"Oh no! The nice doggy has eaten you all up! You'll never rescue Penelope this way."

The adventure game opens in front of your typical haunted house. Lightning flashes bright purple upon the foreground. A mean looking bat hovers around a dark window. As the cutesy PC speaker music plays a sinister tune, we see an odd looking guy in a purple sweater and turquoise pants power walk awkwardly across the screen. This is Hugo. You play Hugo.

Hugo has come to the mansion to rescue his girlfriend Penelope, who disappeared there while babysitting. The player helps Hugo explore the mansion and ultimately find Penelope. The story is pretty predictable. A few situations Hugo ends up in are a bit on the strange side. The author seems to enjoy playing around with the main character animation, like in scenes where Hugo wears a mask or loses coordination. The effect borders on surreal.

Much of the game is spent finding objects and interacting with a cast of shifty characters. It's good to save often, as death is possible and likely along the way. Some puzzles have an obvious solution, while others require a bit of thinking. The game is easy compared to other adventure games, yet it is still quite enjoyable.

Graphics in the game are EGA. Most backgrounds are simply drawn and not very detailed. They do the job, though, and usually the player can tell what is going on from the picture. Hugo is always present on the screen from a third person perspective. In the DOS release, his motions are controlled with the arrow keys. There are few maze like puzzles in this game, but near the end there is a tricky maneuvering puzzle involving a mummy.

In the original DOS version, released on January 1st, 1990, a text parser is used for interaction. Early Sierra games, like Gold Rush! or Space Quest I to III, use a similar interface. Typing something like "look" in the first screen of the mansion gives a brief description of the room. The parser is decent and has many synonyms included. Like with any text based game, certain commands are hard to guess. It can be thoroughly frustrating to know exactly what the character needs to do yet not know the right phrase needed to get it through the parser.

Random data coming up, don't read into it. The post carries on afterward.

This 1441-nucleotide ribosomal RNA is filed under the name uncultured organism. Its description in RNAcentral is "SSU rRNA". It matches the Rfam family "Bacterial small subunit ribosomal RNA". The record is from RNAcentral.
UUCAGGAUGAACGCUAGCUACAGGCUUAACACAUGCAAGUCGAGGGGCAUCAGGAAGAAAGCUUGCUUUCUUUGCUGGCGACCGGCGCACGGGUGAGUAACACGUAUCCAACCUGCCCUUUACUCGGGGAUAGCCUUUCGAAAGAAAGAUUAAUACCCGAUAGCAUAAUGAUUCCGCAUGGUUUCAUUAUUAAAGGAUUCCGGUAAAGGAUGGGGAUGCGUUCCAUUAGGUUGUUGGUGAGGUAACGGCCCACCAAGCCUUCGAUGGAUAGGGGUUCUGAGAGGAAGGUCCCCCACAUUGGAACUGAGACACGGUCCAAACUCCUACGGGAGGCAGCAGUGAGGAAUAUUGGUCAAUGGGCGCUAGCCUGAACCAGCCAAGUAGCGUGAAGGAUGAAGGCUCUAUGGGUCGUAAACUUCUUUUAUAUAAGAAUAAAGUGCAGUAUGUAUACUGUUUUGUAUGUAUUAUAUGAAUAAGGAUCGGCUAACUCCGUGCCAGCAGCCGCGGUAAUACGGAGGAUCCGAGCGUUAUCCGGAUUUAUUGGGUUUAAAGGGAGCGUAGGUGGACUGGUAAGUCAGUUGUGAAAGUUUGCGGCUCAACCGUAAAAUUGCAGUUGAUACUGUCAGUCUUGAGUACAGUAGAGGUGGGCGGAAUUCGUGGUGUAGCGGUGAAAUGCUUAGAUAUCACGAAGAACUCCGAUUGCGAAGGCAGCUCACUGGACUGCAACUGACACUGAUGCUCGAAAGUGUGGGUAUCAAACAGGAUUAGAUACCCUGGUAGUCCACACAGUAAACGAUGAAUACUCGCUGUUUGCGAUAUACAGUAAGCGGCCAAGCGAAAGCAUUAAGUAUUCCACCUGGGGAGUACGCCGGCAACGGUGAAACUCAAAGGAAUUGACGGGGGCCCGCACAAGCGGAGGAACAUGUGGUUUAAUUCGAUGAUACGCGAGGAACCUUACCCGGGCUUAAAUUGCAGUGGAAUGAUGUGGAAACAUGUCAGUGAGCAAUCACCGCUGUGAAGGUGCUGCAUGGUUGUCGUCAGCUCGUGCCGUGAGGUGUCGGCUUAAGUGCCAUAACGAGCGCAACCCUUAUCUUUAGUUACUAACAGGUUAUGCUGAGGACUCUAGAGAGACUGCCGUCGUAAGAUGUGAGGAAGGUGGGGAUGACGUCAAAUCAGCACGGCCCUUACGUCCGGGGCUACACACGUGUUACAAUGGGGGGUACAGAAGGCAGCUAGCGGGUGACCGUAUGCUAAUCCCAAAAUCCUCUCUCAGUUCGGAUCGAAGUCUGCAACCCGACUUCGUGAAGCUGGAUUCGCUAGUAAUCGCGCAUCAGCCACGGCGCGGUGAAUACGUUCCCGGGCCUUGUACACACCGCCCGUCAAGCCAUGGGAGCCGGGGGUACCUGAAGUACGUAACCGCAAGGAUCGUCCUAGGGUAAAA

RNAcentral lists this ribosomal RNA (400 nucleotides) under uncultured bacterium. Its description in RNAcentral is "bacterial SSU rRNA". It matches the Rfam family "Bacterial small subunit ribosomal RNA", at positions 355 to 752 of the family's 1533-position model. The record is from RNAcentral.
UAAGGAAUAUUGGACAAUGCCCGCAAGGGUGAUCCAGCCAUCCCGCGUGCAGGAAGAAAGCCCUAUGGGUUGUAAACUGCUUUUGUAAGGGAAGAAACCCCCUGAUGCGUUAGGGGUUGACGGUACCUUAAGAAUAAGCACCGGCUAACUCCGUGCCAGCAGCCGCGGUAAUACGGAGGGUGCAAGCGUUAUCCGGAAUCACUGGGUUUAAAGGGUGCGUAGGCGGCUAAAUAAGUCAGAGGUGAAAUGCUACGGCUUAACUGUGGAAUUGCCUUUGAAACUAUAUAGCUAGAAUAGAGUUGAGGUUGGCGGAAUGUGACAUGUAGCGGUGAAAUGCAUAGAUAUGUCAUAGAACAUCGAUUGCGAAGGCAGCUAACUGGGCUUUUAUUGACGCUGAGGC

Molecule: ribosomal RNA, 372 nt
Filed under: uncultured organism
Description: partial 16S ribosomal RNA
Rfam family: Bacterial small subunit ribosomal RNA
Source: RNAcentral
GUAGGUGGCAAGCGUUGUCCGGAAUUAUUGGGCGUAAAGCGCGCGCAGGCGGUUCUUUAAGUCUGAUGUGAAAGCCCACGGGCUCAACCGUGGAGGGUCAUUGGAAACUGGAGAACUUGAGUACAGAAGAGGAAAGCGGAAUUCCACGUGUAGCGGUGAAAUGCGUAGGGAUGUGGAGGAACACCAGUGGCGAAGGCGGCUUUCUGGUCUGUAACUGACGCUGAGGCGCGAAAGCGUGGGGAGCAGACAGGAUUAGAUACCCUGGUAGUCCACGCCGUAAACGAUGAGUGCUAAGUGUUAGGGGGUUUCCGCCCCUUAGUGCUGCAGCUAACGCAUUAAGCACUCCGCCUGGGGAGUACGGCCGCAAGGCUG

A new version was released on October 9th, 1995, for Windows. For this release, the title was changed to "Hugo's Horrific Adventure." A point and click mouse interface was added, presumably making it easier to get through the puzzles. The text parser remains in tact as an optional way to interact. I have not played this version, but according to the developer's site, it has more features such as MIDI music and a hints system.

Hugo's House of Horrors was designed by Gray Design Associates and published as shareware. Older versions are available for free on the web. The series can also be purchased directly from the developer's website:


The game is the first in a trilogy, followed by "Hugo 2: Whodunit?" and "Hugo 3: Jungle of Doom."